A couple of weeks ago I wrote about the very tight funnel through which Peace Corps sends all applicants, for increasingly fewer Volunteer spots around the world. (It’s complicated — you might want to read that post.)
I wrote about the plight of generalists —the well-educated applicants who can learn to do different assignments well, but aren’t specialists in any fields currently requested by Peace Corps host countries — whose application numbers far exceed the number of open generalist Volunteer positions due to recent budget woes.
This past Monday, when next year’s Volunteer positions opened up for nomination, the problem wasn’t for the generalists. Most generalist openings have been delayed a couple more weeks.
The people who got shut out of Peace Corps this time around were the business professionals, in some cases people with 30 years of business experience. Peace Corps’s two assignments that require a background in business include:
- Business Advising — requiring either a Bachelors in a business-related discipline, or a high school diploma and four years of business management experience. These Volunteers help people in their communities plan and Continue reading
Recognizing the broad need for financial education among low and middle income earners, the New America Foundation proposes a Financial Services Corps.
Proposed in March, the New America Foundation‘s Melissa Koide published a policy paper describing the need for a new domestic corps of financial advisors and educators to help regular families sort through the morass of complex issues involved in personal financial management.
According to Koide’s proposal:
The creation of a Financial Services Corps (FSC) would help these households address their personal finances and plan for their future by:
- enlisting financial experts and advisors to deliver personalized financial counseling and planning to low to middle income households;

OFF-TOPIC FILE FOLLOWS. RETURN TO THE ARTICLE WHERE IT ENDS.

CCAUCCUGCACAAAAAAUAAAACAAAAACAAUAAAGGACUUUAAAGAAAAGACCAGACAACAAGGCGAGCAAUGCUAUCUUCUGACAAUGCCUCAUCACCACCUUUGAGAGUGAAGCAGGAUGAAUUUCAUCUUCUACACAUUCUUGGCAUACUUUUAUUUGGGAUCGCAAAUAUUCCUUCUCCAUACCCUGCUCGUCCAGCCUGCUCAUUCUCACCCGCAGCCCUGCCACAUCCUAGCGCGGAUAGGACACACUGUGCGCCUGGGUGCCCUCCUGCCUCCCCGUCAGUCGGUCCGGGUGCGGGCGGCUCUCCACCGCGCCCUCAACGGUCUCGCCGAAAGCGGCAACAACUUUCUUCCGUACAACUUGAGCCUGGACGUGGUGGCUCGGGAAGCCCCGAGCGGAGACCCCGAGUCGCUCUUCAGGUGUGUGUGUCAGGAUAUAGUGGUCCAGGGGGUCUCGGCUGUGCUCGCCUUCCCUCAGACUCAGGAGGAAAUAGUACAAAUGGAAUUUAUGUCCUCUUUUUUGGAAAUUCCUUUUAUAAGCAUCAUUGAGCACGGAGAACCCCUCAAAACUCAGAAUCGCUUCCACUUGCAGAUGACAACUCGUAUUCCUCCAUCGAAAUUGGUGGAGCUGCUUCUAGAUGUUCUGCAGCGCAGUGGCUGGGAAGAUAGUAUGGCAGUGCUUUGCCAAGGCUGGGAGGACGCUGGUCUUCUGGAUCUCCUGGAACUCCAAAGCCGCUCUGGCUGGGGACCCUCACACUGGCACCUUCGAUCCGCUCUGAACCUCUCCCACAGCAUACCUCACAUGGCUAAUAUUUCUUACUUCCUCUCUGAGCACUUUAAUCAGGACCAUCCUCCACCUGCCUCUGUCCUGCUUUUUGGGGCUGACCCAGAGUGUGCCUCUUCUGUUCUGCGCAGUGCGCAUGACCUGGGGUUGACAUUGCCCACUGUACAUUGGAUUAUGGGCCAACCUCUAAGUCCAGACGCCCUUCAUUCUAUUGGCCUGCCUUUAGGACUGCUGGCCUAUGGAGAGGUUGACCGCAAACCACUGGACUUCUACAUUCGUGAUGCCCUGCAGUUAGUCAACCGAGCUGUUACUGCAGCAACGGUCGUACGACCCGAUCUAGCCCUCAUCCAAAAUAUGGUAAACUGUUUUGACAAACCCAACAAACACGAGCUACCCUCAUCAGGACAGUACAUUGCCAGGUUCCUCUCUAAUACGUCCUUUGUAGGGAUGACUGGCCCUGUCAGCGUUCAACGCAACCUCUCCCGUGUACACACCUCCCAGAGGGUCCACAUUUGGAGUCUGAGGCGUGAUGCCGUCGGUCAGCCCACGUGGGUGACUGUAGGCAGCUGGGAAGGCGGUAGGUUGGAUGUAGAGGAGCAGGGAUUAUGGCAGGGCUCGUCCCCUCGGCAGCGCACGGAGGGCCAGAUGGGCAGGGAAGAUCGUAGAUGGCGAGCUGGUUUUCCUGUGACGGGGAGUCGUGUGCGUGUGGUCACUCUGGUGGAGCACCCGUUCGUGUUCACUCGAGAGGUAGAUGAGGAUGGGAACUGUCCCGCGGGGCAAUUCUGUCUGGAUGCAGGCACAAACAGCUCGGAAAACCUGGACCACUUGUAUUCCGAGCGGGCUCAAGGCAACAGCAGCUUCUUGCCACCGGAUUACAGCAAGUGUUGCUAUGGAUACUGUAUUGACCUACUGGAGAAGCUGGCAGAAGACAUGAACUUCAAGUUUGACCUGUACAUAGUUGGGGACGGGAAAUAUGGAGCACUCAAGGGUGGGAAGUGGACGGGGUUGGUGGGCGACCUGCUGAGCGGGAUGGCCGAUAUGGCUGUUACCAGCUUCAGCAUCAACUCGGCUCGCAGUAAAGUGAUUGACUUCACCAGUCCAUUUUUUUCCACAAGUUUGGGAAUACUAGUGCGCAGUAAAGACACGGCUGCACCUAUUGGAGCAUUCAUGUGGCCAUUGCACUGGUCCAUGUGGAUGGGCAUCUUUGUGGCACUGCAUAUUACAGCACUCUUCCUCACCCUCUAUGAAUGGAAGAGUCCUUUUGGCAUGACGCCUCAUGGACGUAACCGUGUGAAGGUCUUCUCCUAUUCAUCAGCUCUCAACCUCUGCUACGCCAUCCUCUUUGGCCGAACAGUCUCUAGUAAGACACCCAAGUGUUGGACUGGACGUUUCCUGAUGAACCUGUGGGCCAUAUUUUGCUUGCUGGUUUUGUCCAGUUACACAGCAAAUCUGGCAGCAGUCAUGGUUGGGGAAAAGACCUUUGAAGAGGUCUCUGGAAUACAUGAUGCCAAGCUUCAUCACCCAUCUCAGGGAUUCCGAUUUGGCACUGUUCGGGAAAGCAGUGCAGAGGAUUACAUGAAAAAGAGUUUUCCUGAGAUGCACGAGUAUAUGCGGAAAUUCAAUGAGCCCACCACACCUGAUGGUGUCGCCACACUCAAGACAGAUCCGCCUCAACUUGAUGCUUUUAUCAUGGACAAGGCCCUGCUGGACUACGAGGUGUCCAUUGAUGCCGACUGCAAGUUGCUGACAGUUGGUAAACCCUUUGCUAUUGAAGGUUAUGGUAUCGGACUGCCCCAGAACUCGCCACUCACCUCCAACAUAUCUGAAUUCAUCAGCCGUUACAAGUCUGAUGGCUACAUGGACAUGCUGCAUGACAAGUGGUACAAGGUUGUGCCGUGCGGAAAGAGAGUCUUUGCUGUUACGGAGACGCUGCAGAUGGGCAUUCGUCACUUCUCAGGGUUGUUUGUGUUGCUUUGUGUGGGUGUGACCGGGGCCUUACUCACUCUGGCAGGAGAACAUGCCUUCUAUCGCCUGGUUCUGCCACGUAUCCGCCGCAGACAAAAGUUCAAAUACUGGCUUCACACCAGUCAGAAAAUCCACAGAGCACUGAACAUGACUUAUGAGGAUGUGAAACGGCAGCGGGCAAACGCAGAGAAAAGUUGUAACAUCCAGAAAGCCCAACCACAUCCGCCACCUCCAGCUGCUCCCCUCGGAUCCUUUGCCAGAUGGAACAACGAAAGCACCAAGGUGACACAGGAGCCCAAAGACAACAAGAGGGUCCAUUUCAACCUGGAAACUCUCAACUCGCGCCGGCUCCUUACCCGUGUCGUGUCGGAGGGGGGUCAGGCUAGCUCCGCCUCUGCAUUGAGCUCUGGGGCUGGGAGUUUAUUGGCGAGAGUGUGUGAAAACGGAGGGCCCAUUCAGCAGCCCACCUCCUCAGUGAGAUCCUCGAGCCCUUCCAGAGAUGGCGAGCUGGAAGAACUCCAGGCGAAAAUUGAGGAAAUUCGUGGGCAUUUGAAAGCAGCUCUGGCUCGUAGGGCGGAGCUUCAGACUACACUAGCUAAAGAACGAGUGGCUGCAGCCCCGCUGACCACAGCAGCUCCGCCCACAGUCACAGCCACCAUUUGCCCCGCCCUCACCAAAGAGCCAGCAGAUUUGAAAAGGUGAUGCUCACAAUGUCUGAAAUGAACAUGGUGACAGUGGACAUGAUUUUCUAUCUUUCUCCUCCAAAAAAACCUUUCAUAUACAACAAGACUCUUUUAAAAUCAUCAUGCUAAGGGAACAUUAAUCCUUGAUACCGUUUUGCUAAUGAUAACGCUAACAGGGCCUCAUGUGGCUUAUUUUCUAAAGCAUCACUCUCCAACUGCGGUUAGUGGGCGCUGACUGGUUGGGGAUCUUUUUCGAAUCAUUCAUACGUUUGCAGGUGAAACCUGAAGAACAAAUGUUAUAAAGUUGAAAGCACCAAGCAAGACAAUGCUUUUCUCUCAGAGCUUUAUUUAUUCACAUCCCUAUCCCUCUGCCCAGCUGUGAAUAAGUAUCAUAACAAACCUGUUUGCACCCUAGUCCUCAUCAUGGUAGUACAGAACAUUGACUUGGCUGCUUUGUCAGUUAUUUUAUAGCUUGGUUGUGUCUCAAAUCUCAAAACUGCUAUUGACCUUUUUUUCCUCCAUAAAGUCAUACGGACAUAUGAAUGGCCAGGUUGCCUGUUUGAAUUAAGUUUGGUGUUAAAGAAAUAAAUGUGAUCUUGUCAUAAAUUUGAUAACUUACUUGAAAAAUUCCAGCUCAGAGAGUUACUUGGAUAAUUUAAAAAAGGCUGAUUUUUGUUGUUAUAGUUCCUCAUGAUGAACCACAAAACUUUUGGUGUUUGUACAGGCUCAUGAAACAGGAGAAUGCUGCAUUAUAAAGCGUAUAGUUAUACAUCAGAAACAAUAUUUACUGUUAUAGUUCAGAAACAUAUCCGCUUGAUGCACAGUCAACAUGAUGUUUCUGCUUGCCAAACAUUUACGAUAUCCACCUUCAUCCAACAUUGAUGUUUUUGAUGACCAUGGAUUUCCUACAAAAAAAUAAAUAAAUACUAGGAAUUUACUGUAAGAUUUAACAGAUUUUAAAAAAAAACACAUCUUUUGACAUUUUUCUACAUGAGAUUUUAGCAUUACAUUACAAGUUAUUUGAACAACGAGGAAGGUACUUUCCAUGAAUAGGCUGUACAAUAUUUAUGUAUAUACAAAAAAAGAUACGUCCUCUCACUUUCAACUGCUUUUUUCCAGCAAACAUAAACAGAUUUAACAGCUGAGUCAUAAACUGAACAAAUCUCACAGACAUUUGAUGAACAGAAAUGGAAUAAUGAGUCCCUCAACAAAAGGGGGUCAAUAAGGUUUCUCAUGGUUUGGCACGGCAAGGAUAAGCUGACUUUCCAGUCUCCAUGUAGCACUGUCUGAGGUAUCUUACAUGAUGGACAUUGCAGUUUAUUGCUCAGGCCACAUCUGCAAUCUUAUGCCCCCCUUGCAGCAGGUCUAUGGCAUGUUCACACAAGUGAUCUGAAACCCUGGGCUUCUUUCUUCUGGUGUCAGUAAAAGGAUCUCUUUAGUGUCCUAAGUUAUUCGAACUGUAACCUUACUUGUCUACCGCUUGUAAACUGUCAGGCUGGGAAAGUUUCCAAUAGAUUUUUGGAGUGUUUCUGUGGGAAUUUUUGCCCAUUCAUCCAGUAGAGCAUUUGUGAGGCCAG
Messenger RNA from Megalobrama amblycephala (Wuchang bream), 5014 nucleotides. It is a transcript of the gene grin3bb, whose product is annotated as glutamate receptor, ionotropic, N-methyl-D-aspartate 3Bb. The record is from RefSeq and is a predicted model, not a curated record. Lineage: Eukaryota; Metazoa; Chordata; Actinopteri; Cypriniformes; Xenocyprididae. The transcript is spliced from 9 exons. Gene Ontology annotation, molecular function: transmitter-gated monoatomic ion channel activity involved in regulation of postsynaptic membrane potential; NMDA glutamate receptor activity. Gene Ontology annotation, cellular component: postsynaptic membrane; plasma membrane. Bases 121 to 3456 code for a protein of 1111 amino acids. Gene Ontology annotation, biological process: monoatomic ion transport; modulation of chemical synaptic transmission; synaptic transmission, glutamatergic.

- providing the tools, resources, support to local, regional, and workplace based initiatives to ensure these families are effectively reached;
- collecting and analyze data to understand the short-, medium-, and long-term financial education, counseling, and planning needs of these households; and
- exploring new strategies and approaches to financial education and advice through an innovations fund.
The Corps could be modeled after the Legal Services Corporation — the Congressionally-mandated entity that oversees legal aid organizations. In that model, “the FSC would provide the infrastructure, resources, and support to engage and connect financial experts with low and middle income households and communities.”
In a New York Times piece today, M.P. Dunleavy reports that the Corps was inspired by Peace Corps.
If the concept interests you, or someone you know, also check out the separate Financial Services Volunteer Corps (established in 1990). The program sends skilled volunteers overseas for one or two weeks to educate people in “emerging market countries” about financial systems. The program is a partner of Volunteers for Prosperity.
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